OAKLAND (KPIX) – The high property prices are not a problem for those who can afford to stay there. But it does lead some African Americans to sell their homes and move. Now, a new program from the Chan Zuckerberg Initiative is giving low-income black homeowners the chance to profit from their homes without leaving them.
In the 1980s, Oakland was 46% African American, the largest black-dominated city in California. But since then, the city has lost nearly 40,000 of its black residents, some of them due to skyrocketing housing costs. Gentrification is taking its toll on low-income communities and changing the character of Oakland.
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“We have moved from a city that is really rich in art and culture and a high social life to something more sterile,” said third generation Oaklander, Bobby Arte. “The neighborhoods are all starting to look the same. There’s no such thing as the eclectic feel and vibe of the city. And we definitely don’t see that much diversity. “
Arte is the chief operating officer of Well Nest Company, a development company that has become part of a project to rescue black homeowners in Oakland. They do it with backyard in-laws or ADUs, short for accessory dwelling units. His company offers a range of different designs of ADUs and the expertise to guide homeowners through creating them.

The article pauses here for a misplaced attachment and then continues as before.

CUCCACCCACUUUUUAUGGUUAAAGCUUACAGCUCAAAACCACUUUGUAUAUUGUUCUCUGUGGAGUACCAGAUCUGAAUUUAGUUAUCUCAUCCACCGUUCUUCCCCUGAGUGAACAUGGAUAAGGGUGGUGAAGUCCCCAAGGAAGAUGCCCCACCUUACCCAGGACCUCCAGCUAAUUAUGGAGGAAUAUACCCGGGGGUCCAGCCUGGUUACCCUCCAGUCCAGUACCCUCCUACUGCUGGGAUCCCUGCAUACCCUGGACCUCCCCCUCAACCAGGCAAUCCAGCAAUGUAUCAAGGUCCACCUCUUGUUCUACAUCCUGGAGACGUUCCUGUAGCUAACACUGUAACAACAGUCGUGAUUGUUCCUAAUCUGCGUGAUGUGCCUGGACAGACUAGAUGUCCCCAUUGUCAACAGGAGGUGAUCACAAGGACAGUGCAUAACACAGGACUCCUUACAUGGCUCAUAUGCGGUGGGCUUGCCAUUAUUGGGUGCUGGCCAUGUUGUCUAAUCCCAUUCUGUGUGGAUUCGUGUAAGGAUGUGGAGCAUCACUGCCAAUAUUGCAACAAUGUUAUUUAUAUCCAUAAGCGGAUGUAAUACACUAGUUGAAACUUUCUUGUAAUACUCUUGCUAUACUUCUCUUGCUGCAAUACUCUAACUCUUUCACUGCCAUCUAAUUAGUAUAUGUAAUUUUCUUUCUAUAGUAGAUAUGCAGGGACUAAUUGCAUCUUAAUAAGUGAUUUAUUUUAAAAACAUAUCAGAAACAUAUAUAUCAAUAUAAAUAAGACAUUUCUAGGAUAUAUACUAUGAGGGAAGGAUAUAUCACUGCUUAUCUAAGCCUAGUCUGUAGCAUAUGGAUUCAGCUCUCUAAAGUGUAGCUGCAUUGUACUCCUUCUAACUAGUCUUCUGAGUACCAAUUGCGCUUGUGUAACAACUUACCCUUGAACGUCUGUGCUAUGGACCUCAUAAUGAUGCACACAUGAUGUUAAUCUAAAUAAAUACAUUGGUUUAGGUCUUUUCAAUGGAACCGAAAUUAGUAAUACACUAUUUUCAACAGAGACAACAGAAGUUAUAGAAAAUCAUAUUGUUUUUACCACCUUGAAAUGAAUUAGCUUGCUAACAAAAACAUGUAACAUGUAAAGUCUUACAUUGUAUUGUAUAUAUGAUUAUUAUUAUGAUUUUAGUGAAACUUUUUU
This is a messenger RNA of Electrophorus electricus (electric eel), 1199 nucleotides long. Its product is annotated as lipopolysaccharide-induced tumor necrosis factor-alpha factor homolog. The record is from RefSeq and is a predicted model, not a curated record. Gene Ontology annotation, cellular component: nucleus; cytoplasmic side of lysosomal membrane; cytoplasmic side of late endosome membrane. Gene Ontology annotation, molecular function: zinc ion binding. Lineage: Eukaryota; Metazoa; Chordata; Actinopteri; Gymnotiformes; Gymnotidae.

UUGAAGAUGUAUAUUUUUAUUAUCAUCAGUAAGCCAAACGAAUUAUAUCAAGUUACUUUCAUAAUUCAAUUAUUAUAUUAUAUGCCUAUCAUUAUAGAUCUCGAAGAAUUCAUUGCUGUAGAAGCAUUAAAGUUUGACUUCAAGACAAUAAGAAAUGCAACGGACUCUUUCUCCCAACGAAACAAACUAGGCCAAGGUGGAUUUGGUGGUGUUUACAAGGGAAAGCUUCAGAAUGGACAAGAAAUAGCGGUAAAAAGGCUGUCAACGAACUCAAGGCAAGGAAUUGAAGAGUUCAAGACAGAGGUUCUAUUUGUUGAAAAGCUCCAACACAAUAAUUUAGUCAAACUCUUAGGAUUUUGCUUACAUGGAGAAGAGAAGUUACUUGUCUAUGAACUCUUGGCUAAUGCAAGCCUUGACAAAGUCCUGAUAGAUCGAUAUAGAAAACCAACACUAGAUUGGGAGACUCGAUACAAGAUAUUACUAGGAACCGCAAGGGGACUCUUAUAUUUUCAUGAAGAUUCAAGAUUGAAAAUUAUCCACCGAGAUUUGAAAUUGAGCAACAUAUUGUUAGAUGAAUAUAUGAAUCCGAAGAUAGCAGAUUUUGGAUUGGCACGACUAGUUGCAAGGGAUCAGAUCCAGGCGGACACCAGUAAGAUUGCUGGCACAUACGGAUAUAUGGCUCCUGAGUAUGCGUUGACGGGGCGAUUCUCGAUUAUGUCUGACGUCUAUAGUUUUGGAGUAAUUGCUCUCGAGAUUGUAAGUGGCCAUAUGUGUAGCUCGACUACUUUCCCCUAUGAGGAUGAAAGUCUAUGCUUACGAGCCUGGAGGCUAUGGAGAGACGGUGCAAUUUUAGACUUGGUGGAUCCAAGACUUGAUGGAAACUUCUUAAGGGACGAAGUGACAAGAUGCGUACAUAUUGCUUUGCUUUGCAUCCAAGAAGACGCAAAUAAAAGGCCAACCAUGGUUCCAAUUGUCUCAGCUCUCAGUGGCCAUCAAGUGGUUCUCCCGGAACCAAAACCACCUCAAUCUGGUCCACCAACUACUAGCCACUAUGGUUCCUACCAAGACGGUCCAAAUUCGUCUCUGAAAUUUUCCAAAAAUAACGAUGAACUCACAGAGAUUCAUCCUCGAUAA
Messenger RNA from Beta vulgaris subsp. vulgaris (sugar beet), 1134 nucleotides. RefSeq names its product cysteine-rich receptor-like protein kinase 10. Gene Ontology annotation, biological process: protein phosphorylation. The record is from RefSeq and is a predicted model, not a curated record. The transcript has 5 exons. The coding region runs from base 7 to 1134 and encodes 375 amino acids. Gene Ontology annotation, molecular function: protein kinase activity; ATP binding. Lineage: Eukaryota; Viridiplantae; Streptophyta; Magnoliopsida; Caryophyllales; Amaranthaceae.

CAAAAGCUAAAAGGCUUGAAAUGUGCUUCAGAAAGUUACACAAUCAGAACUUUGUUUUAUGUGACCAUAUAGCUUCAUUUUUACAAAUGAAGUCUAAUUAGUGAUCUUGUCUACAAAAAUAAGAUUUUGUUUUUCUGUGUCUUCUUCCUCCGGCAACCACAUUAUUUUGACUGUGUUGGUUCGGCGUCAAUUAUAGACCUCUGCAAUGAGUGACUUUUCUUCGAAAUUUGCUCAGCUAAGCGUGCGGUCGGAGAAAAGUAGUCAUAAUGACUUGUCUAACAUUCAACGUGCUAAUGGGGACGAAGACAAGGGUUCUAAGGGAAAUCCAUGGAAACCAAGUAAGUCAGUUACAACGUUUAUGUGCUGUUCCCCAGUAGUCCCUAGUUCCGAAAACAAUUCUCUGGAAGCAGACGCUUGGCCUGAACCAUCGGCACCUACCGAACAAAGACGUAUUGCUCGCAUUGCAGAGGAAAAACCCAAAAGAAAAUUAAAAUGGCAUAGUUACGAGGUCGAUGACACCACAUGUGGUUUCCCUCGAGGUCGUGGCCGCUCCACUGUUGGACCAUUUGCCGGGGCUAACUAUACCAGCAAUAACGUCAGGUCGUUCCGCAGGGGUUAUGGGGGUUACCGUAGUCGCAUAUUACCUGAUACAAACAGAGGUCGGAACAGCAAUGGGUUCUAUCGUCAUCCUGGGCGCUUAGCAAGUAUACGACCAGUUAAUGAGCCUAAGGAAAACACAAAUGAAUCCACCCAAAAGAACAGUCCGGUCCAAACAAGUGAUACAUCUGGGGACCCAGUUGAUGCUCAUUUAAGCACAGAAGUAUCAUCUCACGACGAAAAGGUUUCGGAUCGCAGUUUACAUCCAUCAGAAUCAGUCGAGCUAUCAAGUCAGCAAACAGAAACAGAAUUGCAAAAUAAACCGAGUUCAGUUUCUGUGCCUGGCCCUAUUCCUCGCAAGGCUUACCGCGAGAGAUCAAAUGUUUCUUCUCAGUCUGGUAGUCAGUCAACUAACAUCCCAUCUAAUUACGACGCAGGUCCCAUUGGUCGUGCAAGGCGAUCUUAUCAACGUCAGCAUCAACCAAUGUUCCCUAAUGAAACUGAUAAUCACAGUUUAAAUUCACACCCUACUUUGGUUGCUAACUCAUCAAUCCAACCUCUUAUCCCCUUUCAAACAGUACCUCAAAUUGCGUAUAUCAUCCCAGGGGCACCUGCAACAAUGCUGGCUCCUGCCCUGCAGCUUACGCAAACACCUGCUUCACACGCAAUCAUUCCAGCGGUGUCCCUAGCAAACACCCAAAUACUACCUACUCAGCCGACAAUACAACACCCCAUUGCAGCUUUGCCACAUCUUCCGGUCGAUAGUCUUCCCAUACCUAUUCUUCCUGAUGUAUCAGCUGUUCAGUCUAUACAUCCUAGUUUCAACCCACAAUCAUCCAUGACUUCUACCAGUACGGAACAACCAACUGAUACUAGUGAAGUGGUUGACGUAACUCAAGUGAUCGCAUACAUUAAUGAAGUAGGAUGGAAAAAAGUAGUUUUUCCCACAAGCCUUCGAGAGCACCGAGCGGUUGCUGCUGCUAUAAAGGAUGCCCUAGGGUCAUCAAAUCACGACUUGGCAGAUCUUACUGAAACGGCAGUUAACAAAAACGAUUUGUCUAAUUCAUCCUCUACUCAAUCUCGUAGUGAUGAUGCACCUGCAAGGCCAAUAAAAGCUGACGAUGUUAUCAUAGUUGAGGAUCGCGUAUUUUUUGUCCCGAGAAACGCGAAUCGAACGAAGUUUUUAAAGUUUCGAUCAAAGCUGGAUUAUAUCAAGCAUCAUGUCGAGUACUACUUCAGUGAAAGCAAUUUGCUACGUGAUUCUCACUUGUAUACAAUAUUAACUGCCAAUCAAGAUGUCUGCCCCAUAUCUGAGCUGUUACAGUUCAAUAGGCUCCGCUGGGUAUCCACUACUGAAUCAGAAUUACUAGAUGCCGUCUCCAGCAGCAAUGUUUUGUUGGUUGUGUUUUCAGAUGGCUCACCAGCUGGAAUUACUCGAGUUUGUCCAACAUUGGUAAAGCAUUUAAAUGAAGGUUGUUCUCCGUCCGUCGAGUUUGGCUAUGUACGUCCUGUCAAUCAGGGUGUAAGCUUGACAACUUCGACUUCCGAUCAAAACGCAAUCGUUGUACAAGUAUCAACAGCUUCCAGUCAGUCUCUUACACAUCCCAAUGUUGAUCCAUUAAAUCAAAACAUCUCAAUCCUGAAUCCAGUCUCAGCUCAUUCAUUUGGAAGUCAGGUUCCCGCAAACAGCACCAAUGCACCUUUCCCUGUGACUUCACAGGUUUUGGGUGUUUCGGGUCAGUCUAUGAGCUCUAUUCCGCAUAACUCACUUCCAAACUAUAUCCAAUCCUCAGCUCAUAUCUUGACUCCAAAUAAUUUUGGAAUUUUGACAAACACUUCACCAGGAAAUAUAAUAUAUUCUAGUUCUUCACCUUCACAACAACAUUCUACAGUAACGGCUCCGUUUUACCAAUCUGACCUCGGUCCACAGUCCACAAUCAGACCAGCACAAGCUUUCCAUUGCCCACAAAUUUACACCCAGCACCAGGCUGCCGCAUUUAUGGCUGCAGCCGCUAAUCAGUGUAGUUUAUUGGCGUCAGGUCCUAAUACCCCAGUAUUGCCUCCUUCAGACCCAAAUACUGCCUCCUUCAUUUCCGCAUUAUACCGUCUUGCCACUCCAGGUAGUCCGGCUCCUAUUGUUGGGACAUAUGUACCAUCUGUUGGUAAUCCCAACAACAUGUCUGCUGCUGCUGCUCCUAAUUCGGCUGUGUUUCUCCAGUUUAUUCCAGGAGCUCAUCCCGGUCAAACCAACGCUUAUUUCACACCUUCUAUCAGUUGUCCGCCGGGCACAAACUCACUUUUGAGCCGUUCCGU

“So we can really help streamline this process for the homeowner who doesn’t want to deal with the city, the planning and the design,” said Arte.
It’s a pilot project called Keys to Equity, which gives low-income black homeowners the opportunity to become landlords, earn income without selling their homes, while offering an apartment for someone else. The program is organized by the nonprofit Richmond Neighborhood Housing Services.
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“So we really want to test the assumption, can ADU stabilize the community we care about?” Said RNHS Executive Director Nikki Beasley.
Meanwhile, the Chan Zuckerberg Initiative has allocated $ 2 million to guarantee home loans so lenders don’t take the risk of lending to homeowners who otherwise would not be qualified, according to Ruby Bolaria-Shifrin, CZI director of housing affordability.
“So you don’t have to be rich or have a lot of equity in your home to get an ADU,” she said.
All you need is a back yard or even a garage that can be converted. The program is only possible due to changes in the law that facilitate the construction of ADUs. The organizers estimate that there are now 20,000 condos in Oakland alone that could qualify for a backyard apartment.
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In most cases, the units can be self-financing and, over time, give low-income African Americans a chance to capitalize on the hot housing market rather than fall prey to it.